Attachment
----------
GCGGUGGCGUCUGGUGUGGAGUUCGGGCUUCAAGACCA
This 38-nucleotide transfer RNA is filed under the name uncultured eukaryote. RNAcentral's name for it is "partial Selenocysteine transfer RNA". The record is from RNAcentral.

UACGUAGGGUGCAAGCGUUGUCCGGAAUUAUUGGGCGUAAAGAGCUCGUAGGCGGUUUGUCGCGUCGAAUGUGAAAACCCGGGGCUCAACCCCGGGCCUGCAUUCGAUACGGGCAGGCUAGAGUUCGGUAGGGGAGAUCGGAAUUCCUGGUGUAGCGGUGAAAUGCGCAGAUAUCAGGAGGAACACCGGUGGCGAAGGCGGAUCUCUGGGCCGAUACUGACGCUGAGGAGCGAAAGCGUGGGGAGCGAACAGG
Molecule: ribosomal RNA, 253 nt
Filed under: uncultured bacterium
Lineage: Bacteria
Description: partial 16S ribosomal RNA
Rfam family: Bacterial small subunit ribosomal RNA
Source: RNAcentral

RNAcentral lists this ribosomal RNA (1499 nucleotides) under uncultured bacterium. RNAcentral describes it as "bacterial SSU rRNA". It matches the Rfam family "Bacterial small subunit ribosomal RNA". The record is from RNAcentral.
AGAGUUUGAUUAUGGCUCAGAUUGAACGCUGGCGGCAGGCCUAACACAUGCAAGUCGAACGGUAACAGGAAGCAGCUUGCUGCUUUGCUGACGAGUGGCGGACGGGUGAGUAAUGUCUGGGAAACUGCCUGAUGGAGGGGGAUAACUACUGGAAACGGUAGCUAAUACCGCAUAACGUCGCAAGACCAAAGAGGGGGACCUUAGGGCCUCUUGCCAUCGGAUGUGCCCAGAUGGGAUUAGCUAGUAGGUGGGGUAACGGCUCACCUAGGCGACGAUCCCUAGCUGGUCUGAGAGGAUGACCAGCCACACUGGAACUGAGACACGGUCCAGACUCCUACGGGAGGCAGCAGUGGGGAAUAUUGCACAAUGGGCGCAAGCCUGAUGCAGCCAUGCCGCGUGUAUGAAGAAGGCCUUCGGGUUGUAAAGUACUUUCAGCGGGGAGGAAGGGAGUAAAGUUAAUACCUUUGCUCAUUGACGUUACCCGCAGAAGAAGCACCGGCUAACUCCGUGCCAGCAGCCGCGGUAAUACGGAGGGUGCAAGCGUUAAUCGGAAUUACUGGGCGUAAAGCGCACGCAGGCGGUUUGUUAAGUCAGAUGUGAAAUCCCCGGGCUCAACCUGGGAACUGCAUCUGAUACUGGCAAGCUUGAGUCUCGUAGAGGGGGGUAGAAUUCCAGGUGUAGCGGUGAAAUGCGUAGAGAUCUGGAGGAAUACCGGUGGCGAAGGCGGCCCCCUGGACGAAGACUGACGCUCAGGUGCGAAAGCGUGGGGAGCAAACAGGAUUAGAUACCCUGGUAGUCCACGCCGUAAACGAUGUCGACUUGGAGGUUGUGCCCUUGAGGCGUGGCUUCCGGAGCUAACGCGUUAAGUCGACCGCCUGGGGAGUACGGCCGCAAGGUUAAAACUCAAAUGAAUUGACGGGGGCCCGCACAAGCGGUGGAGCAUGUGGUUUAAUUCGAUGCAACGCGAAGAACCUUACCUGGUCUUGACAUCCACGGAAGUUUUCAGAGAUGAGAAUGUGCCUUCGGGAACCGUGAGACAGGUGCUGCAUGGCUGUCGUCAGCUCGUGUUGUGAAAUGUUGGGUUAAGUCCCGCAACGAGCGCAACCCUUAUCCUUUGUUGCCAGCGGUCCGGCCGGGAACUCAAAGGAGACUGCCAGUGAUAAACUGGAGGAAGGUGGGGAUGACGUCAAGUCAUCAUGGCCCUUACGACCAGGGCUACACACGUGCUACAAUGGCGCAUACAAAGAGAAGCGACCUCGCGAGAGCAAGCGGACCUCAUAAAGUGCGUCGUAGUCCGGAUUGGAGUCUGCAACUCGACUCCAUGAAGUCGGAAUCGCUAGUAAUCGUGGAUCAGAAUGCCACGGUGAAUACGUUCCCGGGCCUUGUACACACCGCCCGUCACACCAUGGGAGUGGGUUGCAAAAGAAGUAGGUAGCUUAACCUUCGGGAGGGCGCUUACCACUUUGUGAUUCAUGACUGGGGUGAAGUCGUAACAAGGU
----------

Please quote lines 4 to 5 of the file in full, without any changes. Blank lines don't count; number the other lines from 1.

Molecule: ribosomal RNA, 253 nt
Filed under: uncultured bacterium